Dinosaur Footprint Stolen
Thieves have raided a palaeontological dig site in the Jura mountains (Switzerland) and made off with a fossilised dinosaur footprint. The theft, which took place on Thursday, is unfortunately evidence of a worrying trend in palaeontology, with sky-rocketing prices being paid for dinosaur fossils a black market for them has been set up and unscrupulous individuals are resorting to stealing from sites, tempted by the high prices collectors are willing to pay.
Scientists working on Upper Jurassic rocks (152 mya), had uncovered a number of trace fossils including dinosaur trackways and ichnologists (specialists who study footprints), had claimed that this particular footprint belonged to an allosaur. Allosaurs are well-known from American finds but there has been little evidence of Jurassic carnivores recovered to date from Europe. The footprint and other items from the sediments would have helped shed light on the fauna in the area at the end of the Jurassic period.
An impression of what the Dinosaur Footprint might look like
Source: Everything Dinosaur
The stone slab that contained the footprint had not been properly studied by scientists when it was stolen, perhaps vital clues as to the size of the allosaur that made the footprint have been lost for ever. The thieves were certainly very determined and well organised as the rock containing this trace fossil weighed several hundred kilogrammes.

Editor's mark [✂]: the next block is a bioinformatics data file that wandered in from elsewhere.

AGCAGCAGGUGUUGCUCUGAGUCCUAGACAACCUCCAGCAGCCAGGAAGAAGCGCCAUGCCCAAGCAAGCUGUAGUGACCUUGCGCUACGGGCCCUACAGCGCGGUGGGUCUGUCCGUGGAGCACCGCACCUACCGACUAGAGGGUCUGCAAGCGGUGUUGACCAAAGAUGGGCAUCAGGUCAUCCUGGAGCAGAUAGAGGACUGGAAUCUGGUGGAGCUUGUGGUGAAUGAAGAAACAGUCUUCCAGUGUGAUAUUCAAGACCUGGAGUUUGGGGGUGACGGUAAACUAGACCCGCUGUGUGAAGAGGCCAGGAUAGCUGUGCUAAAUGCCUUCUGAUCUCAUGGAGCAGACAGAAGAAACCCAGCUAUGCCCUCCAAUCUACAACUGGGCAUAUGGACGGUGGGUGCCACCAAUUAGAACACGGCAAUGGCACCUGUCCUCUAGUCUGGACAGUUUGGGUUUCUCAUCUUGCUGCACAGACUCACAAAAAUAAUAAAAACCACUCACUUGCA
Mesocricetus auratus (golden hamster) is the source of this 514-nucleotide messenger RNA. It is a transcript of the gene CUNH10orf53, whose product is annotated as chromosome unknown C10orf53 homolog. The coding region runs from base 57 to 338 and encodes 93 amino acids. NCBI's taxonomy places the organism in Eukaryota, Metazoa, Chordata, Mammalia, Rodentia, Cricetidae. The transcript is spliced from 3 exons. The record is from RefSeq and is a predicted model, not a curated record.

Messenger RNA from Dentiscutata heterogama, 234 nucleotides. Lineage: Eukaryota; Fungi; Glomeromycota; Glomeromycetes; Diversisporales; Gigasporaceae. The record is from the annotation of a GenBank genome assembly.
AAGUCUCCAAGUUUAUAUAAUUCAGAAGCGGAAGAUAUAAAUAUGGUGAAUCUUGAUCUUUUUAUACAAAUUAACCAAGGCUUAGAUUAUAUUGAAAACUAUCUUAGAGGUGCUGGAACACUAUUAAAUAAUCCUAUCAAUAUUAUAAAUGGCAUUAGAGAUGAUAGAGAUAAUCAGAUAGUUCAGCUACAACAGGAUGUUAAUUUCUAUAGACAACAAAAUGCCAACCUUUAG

A spokesman for the Jura cantonal Dept. of Palaeontology, commented that the raiders would find it difficult to sell this fossil, it had been photographed and this would make it easier to identify if it was to appear in a fossil sale.
Estimates as to the value of this single item vary, if not preserved properly the specimen could deteriorate and the impression lost for ever. A single foot print would not make a striking enough fossil to interest an avid collector or specialist. Yet if the footprint had been studied “in situ” much more evidence about the animal that made it could be gathered.
The authorities have called upon the perpetrators to return the fossil.
As the dominant predators 50 million years before the tyrannosaurs took over, the allosaurs are a very important group of meat-eating dinosaurs. Classified as carnosaurs, this particular group of large predators were widespread in the Late Jurassic. Fossils of allosaurs have been found in western North America, Africa, Portugal and possibly in Australia (A. astragalus). The best known species is A. fragilis, with several hundred specimens known, but evidence of allosaurs in Europe is extremely rare.
There are a number of allosaur models available, ironically some of the best ones come from German manufacturers, not a million miles from the site of this Jurassic excavation.
Dinosaur Models: Dinosaur and Prehistoric Animal Models.